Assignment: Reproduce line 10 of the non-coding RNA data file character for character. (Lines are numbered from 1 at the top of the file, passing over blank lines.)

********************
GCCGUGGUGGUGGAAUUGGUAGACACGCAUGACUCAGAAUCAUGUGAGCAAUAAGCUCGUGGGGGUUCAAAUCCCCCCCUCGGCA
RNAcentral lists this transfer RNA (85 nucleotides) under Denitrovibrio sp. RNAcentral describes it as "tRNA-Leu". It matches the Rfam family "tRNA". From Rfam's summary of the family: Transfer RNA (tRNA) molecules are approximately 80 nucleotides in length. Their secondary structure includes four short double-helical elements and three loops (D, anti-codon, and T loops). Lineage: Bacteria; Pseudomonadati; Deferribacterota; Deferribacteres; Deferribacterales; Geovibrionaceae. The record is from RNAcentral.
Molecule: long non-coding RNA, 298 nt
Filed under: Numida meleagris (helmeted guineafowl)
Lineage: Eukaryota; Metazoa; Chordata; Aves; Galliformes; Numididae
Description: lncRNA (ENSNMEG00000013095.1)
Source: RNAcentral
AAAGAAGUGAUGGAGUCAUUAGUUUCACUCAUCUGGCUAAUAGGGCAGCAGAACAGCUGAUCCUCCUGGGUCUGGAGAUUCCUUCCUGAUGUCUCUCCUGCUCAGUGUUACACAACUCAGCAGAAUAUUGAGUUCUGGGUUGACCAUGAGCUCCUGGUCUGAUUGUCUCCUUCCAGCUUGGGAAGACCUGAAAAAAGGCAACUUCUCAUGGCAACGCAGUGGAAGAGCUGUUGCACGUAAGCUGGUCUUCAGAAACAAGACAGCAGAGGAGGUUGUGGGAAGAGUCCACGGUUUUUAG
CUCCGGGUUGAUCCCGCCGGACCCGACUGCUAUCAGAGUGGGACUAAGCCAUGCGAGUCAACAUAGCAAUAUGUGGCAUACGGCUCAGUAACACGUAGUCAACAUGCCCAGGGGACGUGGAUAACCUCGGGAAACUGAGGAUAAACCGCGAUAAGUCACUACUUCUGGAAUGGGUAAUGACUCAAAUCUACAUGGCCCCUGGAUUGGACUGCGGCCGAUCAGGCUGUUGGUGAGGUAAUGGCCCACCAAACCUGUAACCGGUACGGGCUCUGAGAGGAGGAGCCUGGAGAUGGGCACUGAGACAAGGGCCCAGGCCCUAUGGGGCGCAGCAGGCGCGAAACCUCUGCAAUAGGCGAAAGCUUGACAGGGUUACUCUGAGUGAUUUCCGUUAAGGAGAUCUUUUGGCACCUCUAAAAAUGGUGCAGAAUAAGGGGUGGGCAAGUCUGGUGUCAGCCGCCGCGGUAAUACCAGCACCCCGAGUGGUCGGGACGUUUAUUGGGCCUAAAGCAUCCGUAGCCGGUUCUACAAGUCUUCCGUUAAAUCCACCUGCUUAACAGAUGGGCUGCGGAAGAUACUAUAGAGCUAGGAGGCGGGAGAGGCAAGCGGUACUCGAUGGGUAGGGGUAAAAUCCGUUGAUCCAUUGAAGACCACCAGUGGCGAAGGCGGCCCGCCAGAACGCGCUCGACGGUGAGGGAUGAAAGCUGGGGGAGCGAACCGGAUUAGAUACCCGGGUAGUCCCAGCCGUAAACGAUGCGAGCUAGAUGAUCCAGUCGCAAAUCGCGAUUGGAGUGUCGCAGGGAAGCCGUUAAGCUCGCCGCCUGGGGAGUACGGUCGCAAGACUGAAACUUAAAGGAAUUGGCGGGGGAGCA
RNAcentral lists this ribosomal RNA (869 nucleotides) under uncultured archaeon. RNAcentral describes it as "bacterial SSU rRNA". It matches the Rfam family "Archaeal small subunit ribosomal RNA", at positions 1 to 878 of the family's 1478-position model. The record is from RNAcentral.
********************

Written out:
RNAcentral lists this ribosomal RNA (869 nucleotides) under uncultured archaeon. RNAcentral describes it as "bacterial SSU rRNA". It matches the Rfam family "Archaeal small subunit ribosomal RNA", at positions 1 to 878 of the family's 1478-position model. The record is from RNAcentral.